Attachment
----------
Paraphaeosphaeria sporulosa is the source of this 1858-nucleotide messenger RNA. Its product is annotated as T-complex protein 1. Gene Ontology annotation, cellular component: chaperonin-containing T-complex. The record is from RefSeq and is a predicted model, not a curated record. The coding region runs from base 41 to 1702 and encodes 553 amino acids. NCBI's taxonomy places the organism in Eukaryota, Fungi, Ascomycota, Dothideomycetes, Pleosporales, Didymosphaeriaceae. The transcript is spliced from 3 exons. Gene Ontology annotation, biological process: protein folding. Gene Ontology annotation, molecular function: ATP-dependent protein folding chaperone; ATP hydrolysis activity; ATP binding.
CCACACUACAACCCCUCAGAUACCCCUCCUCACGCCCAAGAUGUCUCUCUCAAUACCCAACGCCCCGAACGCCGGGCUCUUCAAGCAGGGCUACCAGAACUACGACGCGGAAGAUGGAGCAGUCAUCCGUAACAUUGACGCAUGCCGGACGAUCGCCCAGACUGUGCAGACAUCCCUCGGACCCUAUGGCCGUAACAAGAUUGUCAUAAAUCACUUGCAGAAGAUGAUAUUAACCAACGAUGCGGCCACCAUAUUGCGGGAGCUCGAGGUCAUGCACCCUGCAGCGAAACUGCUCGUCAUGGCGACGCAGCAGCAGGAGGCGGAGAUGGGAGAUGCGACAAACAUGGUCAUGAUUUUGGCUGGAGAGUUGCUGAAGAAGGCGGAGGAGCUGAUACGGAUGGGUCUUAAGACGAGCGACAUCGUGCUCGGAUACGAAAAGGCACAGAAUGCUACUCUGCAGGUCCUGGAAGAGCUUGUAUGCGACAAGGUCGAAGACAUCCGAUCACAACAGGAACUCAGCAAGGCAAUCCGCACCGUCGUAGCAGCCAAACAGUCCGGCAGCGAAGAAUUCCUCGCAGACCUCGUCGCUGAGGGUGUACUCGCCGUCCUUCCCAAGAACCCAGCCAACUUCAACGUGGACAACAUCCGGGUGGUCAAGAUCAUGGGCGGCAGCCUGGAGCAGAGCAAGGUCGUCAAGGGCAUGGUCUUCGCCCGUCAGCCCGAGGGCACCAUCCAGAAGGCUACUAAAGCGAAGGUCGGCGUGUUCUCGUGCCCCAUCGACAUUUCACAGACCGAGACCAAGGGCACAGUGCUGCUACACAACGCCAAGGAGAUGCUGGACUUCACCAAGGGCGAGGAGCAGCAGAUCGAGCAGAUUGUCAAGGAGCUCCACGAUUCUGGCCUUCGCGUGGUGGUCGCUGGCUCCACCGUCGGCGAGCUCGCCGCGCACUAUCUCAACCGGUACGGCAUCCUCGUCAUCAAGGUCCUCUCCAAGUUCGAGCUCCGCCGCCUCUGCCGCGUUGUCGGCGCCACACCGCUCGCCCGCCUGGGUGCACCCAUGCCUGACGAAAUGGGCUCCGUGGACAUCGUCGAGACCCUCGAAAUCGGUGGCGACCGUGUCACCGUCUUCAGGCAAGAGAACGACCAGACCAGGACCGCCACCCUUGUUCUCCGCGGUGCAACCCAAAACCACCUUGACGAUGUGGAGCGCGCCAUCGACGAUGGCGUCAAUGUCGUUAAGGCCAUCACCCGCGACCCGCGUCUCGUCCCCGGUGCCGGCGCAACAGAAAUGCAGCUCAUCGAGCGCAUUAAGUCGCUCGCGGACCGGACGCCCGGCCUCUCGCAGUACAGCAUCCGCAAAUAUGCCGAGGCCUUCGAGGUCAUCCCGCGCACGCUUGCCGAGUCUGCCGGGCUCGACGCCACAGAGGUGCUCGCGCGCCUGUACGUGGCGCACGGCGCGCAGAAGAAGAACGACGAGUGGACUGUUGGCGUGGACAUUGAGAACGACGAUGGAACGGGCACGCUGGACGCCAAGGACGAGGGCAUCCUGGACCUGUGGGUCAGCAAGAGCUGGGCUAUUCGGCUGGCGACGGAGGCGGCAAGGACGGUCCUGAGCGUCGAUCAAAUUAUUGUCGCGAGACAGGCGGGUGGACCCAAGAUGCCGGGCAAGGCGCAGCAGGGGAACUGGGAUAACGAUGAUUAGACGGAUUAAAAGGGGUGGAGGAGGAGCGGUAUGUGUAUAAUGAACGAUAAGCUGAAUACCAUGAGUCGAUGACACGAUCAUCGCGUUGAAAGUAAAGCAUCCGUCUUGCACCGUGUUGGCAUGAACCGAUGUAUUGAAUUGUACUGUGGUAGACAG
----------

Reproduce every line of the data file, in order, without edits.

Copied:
Paraphaeosphaeria sporulosa is the source of this 1858-nucleotide messenger RNA. Its product is annotated as T-complex protein 1. Gene Ontology annotation, cellular component: chaperonin-containing T-complex. The record is from RefSeq and is a predicted model, not a curated record. The coding region runs from base 41 to 1702 and encodes 553 amino acids. NCBI's taxonomy places the organism in Eukaryota, Fungi, Ascomycota, Dothideomycetes, Pleosporales, Didymosphaeriaceae. The transcript is spliced from 3 exons. Gene Ontology annotation, biological process: protein folding. Gene Ontology annotation, molecular function: ATP-dependent protein folding chaperone; ATP hydrolysis activity; ATP binding.
CCACACUACAACCCCUCAGAUACCCCUCCUCACGCCCAAGAUGUCUCUCUCAAUACCCAACGCCCCGAACGCCGGGCUCUUCAAGCAGGGCUACCAGAACUACGACGCGGAAGAUGGAGCAGUCAUCCGUAACAUUGACGCAUGCCGGACGAUCGCCCAGACUGUGCAGACAUCCCUCGGACCCUAUGGCCGUAACAAGAUUGUCAUAAAUCACUUGCAGAAGAUGAUAUUAACCAACGAUGCGGCCACCAUAUUGCGGGAGCUCGAGGUCAUGCACCCUGCAGCGAAACUGCUCGUCAUGGCGACGCAGCAGCAGGAGGCGGAGAUGGGAGAUGCGACAAACAUGGUCAUGAUUUUGGCUGGAGAGUUGCUGAAGAAGGCGGAGGAGCUGAUACGGAUGGGUCUUAAGACGAGCGACAUCGUGCUCGGAUACGAAAAGGCACAGAAUGCUACUCUGCAGGUCCUGGAAGAGCUUGUAUGCGACAAGGUCGAAGACAUCCGAUCACAACAGGAACUCAGCAAGGCAAUCCGCACCGUCGUAGCAGCCAAACAGUCCGGCAGCGAAGAAUUCCUCGCAGACCUCGUCGCUGAGGGUGUACUCGCCGUCCUUCCCAAGAACCCAGCCAACUUCAACGUGGACAACAUCCGGGUGGUCAAGAUCAUGGGCGGCAGCCUGGAGCAGAGCAAGGUCGUCAAGGGCAUGGUCUUCGCCCGUCAGCCCGAGGGCACCAUCCAGAAGGCUACUAAAGCGAAGGUCGGCGUGUUCUCGUGCCCCAUCGACAUUUCACAGACCGAGACCAAGGGCACAGUGCUGCUACACAACGCCAAGGAGAUGCUGGACUUCACCAAGGGCGAGGAGCAGCAGAUCGAGCAGAUUGUCAAGGAGCUCCACGAUUCUGGCCUUCGCGUGGUGGUCGCUGGCUCCACCGUCGGCGAGCUCGCCGCGCACUAUCUCAACCGGUACGGCAUCCUCGUCAUCAAGGUCCUCUCCAAGUUCGAGCUCCGCCGCCUCUGCCGCGUUGUCGGCGCCACACCGCUCGCCCGCCUGGGUGCACCCAUGCCUGACGAAAUGGGCUCCGUGGACAUCGUCGAGACCCUCGAAAUCGGUGGCGACCGUGUCACCGUCUUCAGGCAAGAGAACGACCAGACCAGGACCGCCACCCUUGUUCUCCGCGGUGCAACCCAAAACCACCUUGACGAUGUGGAGCGCGCCAUCGACGAUGGCGUCAAUGUCGUUAAGGCCAUCACCCGCGACCCGCGUCUCGUCCCCGGUGCCGGCGCAACAGAAAUGCAGCUCAUCGAGCGCAUUAAGUCGCUCGCGGACCGGACGCCCGGCCUCUCGCAGUACAGCAUCCGCAAAUAUGCCGAGGCCUUCGAGGUCAUCCCGCGCACGCUUGCCGAGUCUGCCGGGCUCGACGCCACAGAGGUGCUCGCGCGCCUGUACGUGGCGCACGGCGCGCAGAAGAAGAACGACGAGUGGACUGUUGGCGUGGACAUUGAGAACGACGAUGGAACGGGCACGCUGGACGCCAAGGACGAGGGCAUCCUGGACCUGUGGGUCAGCAAGAGCUGGGCUAUUCGGCUGGCGACGGAGGCGGCAAGGACGGUCCUGAGCGUCGAUCAAAUUAUUGUCGCGAGACAGGCGGGUGGACCCAAGAUGCCGGGCAAGGCGCAGCAGGGGAACUGGGAUAACGAUGAUUAGACGGAUUAAAAGGGGUGGAGGAGGAGCGGUAUGUGUAUAAUGAACGAUAAGCUGAAUACCAUGAGUCGAUGACACGAUCAUCGCGUUGAAAGUAAAGCAUCCGUCUUGCACCGUGUUGGCAUGAACCGAUGUAUUGAAUUGUACUGUGGUAGACAG